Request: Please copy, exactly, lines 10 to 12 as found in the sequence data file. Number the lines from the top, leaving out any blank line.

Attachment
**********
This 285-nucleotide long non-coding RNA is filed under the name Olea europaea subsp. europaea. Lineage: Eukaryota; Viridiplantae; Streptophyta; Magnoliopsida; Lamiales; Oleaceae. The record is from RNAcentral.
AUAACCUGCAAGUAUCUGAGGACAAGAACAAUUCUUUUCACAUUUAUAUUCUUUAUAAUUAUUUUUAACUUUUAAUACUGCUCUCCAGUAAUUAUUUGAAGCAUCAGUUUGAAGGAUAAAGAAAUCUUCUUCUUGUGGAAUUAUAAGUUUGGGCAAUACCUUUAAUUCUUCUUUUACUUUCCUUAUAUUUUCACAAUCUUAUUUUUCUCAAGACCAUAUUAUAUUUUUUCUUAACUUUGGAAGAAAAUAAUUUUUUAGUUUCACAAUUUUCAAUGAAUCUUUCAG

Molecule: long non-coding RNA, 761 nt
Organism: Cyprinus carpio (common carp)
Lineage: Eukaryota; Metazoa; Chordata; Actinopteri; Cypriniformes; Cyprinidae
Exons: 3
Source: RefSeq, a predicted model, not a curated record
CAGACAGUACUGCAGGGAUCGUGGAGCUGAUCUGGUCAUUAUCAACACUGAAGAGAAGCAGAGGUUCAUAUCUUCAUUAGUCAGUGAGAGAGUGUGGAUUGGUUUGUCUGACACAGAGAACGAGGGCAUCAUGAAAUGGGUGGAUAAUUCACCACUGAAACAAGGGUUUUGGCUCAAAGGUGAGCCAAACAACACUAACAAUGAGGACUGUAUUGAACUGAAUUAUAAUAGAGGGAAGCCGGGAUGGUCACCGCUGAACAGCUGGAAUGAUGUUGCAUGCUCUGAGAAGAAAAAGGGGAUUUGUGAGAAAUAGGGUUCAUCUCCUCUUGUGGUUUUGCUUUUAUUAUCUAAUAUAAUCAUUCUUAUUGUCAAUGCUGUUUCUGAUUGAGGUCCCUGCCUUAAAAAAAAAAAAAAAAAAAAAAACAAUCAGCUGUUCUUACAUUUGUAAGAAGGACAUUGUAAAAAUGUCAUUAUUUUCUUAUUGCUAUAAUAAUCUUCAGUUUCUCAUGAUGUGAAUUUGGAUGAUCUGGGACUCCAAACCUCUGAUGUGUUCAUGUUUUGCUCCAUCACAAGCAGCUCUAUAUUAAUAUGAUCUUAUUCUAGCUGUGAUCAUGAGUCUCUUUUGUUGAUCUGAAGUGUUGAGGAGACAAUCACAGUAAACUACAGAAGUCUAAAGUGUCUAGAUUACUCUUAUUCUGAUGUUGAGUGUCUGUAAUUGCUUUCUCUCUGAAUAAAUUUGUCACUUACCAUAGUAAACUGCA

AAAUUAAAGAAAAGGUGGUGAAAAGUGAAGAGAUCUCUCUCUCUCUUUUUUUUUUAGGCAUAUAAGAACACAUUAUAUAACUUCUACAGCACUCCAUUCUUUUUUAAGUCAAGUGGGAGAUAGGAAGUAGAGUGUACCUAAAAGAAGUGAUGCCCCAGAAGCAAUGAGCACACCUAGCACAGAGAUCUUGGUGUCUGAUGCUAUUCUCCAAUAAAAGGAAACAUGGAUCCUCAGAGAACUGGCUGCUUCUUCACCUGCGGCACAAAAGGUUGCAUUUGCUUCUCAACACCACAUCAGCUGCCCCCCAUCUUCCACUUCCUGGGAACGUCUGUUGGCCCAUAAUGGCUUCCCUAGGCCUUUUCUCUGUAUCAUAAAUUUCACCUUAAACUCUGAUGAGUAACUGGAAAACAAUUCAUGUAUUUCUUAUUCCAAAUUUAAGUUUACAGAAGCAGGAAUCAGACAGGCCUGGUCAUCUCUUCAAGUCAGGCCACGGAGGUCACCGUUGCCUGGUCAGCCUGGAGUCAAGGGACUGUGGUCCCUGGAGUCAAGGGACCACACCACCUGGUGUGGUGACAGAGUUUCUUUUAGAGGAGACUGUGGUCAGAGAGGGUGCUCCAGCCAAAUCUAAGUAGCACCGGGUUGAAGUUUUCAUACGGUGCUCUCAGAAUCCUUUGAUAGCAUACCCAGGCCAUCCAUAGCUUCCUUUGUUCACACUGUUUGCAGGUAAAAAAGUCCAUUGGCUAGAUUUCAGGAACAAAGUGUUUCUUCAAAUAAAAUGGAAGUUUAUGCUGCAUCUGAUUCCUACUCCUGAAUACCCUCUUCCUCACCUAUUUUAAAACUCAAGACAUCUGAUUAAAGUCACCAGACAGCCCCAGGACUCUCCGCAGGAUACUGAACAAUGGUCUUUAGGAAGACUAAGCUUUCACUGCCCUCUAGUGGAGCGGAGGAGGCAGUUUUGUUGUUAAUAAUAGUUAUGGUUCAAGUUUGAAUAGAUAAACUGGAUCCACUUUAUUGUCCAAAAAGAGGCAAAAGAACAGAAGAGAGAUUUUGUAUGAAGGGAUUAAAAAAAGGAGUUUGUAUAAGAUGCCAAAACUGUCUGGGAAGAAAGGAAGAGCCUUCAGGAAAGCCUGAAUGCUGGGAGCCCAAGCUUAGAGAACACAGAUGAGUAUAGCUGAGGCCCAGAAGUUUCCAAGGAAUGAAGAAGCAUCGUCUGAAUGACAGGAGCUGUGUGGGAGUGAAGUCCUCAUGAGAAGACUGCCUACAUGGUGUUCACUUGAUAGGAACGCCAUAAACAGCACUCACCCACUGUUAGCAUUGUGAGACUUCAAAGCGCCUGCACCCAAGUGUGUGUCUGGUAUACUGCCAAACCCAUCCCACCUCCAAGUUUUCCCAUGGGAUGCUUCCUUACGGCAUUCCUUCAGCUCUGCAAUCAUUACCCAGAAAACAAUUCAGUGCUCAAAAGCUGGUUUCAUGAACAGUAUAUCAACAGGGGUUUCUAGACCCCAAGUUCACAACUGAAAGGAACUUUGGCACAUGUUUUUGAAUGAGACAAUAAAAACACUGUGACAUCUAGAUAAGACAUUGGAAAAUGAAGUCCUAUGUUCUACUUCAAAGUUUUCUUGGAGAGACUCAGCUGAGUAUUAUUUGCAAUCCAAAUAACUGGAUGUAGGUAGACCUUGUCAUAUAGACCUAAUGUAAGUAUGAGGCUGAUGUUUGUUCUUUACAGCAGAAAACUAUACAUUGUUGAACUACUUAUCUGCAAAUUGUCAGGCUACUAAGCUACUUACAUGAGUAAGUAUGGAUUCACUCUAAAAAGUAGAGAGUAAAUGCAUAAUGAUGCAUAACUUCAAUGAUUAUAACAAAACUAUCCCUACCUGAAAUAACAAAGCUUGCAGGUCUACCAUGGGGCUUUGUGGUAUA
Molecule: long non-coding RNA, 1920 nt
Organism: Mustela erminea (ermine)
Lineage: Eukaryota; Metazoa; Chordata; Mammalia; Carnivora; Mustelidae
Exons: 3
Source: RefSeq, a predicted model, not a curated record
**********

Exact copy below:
Molecule: long non-coding RNA, 1920 nt
Organism: Mustela erminea (ermine)
Lineage: Eukaryota; Metazoa; Chordata; Mammalia; Carnivora; Mustelidae